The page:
Getting a Job as a Lawyer – Final – Tell your Story

I hope that the “getting a job” articles have been useful for you.  Now it’s time to put it all together and learn how to tell a story.

Where have we been so far?

All of the previous articles have, in essence, been leading to this one.  If you haven’t read them, I strongly recommend you do so that this article makes sense to you.

In Part 1 we looked at why a unique story was a critical component to your job hunt, and some elements you could consider to form part of that story.

In Part 2 we considered how you might add some depth and breadth to your story.

Part 3 considered the big picture elements of how to write an effective resume that will get you through the door.

We then turned to social media in Part 4, and considered how it might impact on your job hunting.

And here we are – story telling 101

Stories have been told for thousands of years.  Knowledge has been passed down from generation to generation, children have learned about their ancestors and history, myths and fiction have been remembered and survived for generation after generation.

Why?

Because stories are compelling.  They engage the listener or reader, and they strive to build relationship with their audience.

Why do people cry in movies, or when reading books?  It’s not because they know the characters (in fact usually the characters are fictional) – it’s because they are emotionally responding to the story.  They have been engaged.

Hopefully you’re not looking to make people cry when they read your resume or conduct an interview – but you are looking to get them engaged.

What’s a Story Look Like?

I’m not going to write your story for you, or give you a formula.  What I’m going to do is give you some tips related to telling a story.  These tips are really marketing tips, so if you can capture them in terms of your personal story, then you will be well placed to translate them into a marketing tool for your practice.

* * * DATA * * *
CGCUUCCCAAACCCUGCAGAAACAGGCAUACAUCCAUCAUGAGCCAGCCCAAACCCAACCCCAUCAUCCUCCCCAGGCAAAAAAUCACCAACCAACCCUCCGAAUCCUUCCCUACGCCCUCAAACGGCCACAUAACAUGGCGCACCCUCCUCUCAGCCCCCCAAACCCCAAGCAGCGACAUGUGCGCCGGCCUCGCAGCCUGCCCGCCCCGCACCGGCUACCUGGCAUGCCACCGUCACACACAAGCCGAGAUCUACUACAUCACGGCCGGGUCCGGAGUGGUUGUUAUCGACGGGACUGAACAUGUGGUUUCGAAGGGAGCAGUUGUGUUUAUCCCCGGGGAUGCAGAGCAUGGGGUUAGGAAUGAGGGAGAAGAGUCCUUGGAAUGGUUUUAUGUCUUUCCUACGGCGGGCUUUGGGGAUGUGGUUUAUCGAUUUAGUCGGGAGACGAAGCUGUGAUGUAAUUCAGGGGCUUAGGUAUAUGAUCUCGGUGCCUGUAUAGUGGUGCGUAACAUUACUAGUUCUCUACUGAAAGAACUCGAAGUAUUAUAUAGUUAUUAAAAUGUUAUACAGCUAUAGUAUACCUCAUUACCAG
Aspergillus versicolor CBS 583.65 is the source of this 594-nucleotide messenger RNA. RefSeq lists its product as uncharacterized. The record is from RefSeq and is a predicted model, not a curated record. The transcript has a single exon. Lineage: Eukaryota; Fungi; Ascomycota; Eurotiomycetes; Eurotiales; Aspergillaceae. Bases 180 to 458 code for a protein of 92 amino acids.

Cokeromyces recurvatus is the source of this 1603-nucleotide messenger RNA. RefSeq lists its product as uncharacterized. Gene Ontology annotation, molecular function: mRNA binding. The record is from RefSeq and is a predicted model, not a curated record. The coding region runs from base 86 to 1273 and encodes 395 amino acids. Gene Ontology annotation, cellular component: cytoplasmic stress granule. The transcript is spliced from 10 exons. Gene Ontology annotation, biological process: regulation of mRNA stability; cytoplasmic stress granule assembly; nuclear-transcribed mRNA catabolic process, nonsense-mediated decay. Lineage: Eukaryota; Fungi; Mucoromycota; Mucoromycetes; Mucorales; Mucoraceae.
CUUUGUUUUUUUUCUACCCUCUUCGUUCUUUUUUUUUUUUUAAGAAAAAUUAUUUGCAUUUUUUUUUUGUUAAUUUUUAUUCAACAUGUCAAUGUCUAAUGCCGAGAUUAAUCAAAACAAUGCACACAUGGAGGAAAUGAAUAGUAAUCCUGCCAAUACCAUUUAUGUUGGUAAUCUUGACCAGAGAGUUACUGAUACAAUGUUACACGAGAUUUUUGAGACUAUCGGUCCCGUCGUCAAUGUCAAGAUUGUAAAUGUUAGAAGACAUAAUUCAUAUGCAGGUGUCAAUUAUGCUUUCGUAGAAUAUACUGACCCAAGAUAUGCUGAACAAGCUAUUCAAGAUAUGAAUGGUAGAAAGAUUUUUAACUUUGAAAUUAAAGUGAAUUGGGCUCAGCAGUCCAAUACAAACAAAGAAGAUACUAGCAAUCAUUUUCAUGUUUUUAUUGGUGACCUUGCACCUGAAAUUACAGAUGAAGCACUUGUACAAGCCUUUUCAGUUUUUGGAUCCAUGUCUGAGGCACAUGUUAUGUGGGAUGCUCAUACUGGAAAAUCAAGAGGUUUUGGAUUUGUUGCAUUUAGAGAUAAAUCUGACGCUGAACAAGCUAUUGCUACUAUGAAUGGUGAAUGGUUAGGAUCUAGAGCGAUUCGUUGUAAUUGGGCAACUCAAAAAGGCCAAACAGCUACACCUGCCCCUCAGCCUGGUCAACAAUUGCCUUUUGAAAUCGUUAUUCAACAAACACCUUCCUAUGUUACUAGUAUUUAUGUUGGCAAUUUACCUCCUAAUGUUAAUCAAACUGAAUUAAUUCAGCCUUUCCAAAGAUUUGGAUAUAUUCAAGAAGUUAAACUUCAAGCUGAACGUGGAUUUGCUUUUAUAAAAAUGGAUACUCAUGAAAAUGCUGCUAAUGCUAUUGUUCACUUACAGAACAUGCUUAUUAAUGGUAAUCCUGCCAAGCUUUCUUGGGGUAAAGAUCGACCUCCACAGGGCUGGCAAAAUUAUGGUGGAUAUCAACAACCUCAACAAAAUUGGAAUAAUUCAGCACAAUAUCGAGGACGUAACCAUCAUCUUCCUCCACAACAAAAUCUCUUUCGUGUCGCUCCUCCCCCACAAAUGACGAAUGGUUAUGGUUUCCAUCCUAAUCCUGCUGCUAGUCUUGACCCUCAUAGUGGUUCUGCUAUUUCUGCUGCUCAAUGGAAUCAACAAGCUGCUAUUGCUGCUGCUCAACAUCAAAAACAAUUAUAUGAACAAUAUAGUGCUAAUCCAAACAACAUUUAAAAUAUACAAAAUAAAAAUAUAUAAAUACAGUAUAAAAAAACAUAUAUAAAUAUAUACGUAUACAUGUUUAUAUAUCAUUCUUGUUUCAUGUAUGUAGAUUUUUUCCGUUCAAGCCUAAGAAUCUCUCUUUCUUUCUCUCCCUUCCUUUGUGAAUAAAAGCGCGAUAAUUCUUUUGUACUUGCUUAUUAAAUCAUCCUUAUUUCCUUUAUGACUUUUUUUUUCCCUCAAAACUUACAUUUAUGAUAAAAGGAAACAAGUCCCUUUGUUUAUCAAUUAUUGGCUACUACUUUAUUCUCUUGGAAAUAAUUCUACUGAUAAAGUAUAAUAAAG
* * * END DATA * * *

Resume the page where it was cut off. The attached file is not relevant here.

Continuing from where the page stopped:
Your story has to:

  • be about you.  not somebody else, or somebody you’d like to be, but you.  If it’s not authentic, then there’s no point in it.
  • capture the essence of you and what you do.  Remember we talked about aspirations?  They are a big part of you
  • be malleable in terms of length.  Sometimes you’ll have 10 seconds to tell a story, sometimes 10 minutes.  You need to have a long, medium and short version of your story, each of which captures the necessary components (yes – the 10 second version is very hard)
  • have some soul.  If your story is sterile, then that’s how you will seem.

If you’ve been following along so far, then you should have enough information, tools and experiences to tell your story.  It’s just a matter of practice.  Rob Davidson marveled in Part 3 at how little time people invested into their resume.  Well this is a component of your job hunting investment.  Telling your story both in your resume and in your interview (and for that matter any time else) will serve you well into the future.  The story may change, but the ability to craft it will stay with you.

That’s our final article in the series.  In a sense it should leave you dis-satisfied, and that is deliberate.  I cannot give you all the answers, nor can I write your story for you.  If you want to try out a line or two in the comments, I’m happy to offer any feedback I can, but at the end of the day your story is your own.  All you can try and do is get your prospective employer engaged with your story, so that they become interested in you as becoming a part of their firm.

Best of luck if you are hunting for a job.

Happy lawyering!

Chris

 

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